The majority have had to speak to three different people on average, with some saying they spoke to 12 different agents for just one query. Nearly half of customers (49%) also said that staff had been rude to them.

Retailers struggling to join up their internal data is also impacting service levels. Over half (51%) of consumers said they are less likely to shop with a retailer if they can’t talk to the online customer service team about in-store purchases, or go into a physical store to ask about online orders.

95% also said that they found it frustrating when agents didn’t have any information about their previous calls or emails.

When asked what they consider the most important elements of good customer service, having queries resolved quickly is the most important factor for retail customers (48%), followed by getting a human response (47%), and  having one person being able to answer their query first time (44%).

David Rowlands, Director, Customer Success, UK & EMEA, 8×8, said: “For UK retailers, every customer counts and in a tough year for the sector, this has never been more important. Yet if customer service isn’t up to scratch, customers are happy to vote with their feet and shop elsewhere.”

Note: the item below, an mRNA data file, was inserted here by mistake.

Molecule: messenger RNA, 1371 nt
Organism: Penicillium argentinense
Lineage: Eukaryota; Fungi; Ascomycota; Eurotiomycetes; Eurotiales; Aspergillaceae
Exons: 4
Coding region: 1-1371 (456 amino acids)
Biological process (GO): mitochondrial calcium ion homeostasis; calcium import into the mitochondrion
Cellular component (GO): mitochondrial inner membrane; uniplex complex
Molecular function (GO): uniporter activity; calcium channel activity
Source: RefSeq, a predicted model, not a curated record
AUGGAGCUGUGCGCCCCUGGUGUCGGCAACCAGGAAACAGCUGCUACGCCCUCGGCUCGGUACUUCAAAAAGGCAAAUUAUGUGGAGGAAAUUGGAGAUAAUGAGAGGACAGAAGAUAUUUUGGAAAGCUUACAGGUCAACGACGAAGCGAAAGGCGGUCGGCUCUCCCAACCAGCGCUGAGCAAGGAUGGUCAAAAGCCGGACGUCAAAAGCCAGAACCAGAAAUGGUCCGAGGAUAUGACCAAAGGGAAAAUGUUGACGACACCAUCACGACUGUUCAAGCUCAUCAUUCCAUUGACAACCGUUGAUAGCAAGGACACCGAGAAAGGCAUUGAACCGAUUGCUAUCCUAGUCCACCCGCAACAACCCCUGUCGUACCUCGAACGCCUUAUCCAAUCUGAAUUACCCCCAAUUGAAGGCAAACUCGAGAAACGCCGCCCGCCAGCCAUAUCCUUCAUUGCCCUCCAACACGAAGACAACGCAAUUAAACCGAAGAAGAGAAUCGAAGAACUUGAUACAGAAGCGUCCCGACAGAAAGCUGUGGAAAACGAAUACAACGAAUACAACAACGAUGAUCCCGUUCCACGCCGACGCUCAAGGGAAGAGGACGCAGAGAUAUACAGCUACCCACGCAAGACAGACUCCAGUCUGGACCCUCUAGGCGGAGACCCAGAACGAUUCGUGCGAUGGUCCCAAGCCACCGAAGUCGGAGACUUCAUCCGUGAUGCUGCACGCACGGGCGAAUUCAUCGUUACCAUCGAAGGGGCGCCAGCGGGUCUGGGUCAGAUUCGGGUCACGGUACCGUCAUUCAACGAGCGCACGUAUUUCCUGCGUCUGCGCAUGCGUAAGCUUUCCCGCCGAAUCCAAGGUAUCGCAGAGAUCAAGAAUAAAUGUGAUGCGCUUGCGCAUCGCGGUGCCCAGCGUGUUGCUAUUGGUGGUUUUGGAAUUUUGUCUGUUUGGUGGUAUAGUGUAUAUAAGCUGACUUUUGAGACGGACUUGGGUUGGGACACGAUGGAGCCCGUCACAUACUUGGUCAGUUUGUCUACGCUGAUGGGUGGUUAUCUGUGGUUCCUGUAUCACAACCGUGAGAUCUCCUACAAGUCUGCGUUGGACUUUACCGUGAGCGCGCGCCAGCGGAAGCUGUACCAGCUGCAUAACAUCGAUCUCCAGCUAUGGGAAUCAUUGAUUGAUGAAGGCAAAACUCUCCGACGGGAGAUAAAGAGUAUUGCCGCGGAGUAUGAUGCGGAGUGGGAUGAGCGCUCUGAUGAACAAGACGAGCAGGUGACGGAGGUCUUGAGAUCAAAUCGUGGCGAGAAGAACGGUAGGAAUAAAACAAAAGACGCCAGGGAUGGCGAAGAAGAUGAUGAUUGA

8×8’s  research also revealed the UK’s top eight customer service frustrations:

  1. Being put on hold for a long time (86%)
  2. Automated responses or obviously scripted answers (85%)
  3. Customer service teams not having information about their previous calls or emails (83%)
  4. Customer service teams not caring (82%)
  5. Being told to go to a help section or FAQs instead of being helped on a call (77%)
  6. When I call a company for a specific query, but get asked to visit their website instead (76%)
  7. When staff try to sell them a product while they are still trying to get their problem solved (75%)
  8. Not being given rewards for being a loyal customer (64%)

55% of UK contact centres expect lower live call volumes in 2019

960 640 Stuart O'Brien

The majority of contact centre operations expect their live inbound call volumes to decrease in 2019, according to a new study.

The survey of over 200 contact centres undertaken by ContactBabel for its UK Contact Centre Decision-Makers’ Guide report also found that despite this expected drop, live telephony is still seen by businesses as the most effective channel for customers to use for sales, service or complaints.

The report also finds that:

  • Average cost per call is slightly higher than email and web chat (£4.27 / £3.81 / £4.24)
  • Web chat, interaction analytics & AI are expected to show the strongest growth in 2019